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Fossil Close to Branching of Dinos, Birds, and Crocs

  1. Apr 13, 2017 #1
    Based on leg and ankle structures, a fossil has been described that would seem to be close to the branching of Dinosaurs, Birds, and Crocodile-like creatures.
    Here is a Science mag news story on it.
     
  2. jcsd
  3. Apr 14, 2017 #2

    Bystander

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    The number of "discoveries" gathering dust in some drawer full of "miscellaneous fragments...."
     
  4. Apr 15, 2017 #3

    jim mcnamara

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    @Bystander - Hmm. Do you have an idea about the admittedly fuzzy estimates on the number of species that have existed? The only way to make any sense of this enormous mountain of data is through cladistics. News reports turn those research papers into 'common ancestor of animal group X'. Otherwise, who in the non-Biologist population would ever read it and then rightfully stuff it into their version of a black hole storage system? :smile:

    Got perspective (instead of milk...)?

    For Animalia only, 8.7 million extant species as of 2011:
    http://www.calacademy.org/explore-science/how-many-species-on-earth

    Greater than 99% of all animal species that ever existed are extinct. So we are wading through a mountain of more than 1 billion species. Not trivial.
    If you have a better way to deal with this potential mountain of taxonomic data, you can make a real, needed step in Biology. I sure do not. -Note: plants are worse, number-wise.
     
  5. Apr 15, 2017 #4
    @jim mcnamara, Couldn't agree more!

    Cladistics is a great advance for determining the relationships between different species.

    Numbers of species seem to be always changing though.
    Going into the past with its lower quality data just makes it more confusing.

    There is not a single well agreed upon species definition (many like the biological species definition but it has problems).

    Determining how to tell when a single species evolves into a new species over time in a single non-bifurcating lineage is a real problem.

    In recently read about a group that wants to sequence the genomes of all eukaryotes. That's a big undefined job, but would certainly be interesting. Kind of a Darwinian dream project.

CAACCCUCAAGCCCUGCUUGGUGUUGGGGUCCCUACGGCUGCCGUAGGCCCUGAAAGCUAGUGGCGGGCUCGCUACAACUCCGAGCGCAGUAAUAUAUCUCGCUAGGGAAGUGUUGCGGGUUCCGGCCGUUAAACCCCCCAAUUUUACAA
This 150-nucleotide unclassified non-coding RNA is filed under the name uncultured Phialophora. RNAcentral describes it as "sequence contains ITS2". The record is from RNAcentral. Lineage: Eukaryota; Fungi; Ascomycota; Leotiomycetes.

6. Apr 15, 2017 #5

    jim mcnamara

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    @BillTre
    Where did you see that? I don't think we even know all of the eukaryotes. But of course sequencing the human genome in the early 2000's was considered hard to do. I help people write programs to mess with pasta-format files (FASTA/PASTA not food pasta) that have sigificant DNA data in a few dozen files. So maybe we will be into sequencing the species du jour at some point soon.
    https://wiki.gacrc.uga.edu/wiki/PASTA
     
  7. Apr 15, 2017 #6
    It took me a while to find it again but it is here, and I was wrong they don't want to sequence all eukaryotes, they want to sequence all life.
    Of course those bacterial/archaeal genomes are relatively small, but more are being discovered all the time!
    This does not seem very realistic to me, but time may change my opinion.

    On the other hand, I was supplying different species of fish to a lab that would get them sequenced for pretty cheap and they could do comparisons between the complete sequences of several different fish species. A different lab gave them a particular species's genome sequence (something like 30x coverage) on a thumbdrive because they got the sequence a few years before but didn't have time to deal with it properly. Genome sequencing seems to be kind of cheap now.

    This is where (I feel) building phylogenies is now going.
    They could also show hybridization between different species which resulted in genes from one species ending up in another (Fig. 5 in above link).
     
  8. Apr 15, 2017 #7
    The situation with viruses remains confusing.
    Are they degenerate forms of higher life, or are they just more DNA/RNA doing what it does?
     
  9. Apr 15, 2017 #8

    jim mcnamara

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    @rootone
    Virus and prions - There is no good answer for when they 'happened'.
    They form part of the problem of setting boundary definitions in the case of living and not-so-living things. Most biologists take them as non-living. Computer viruses are a good analogy - a virus that attacks some core element in windows XP does nothing with other versions - high host specificity. And.
    Requires a functioning system to do its dirty work. Viruses that attack mammals have the same kinds of behaviors and specificity, for example.

    https://en.wikipedia.org/wiki/Prion Also google for: spongiform encephalopathy (like mad cow disease or human CJD)
     
  10. Apr 20, 2017 #9

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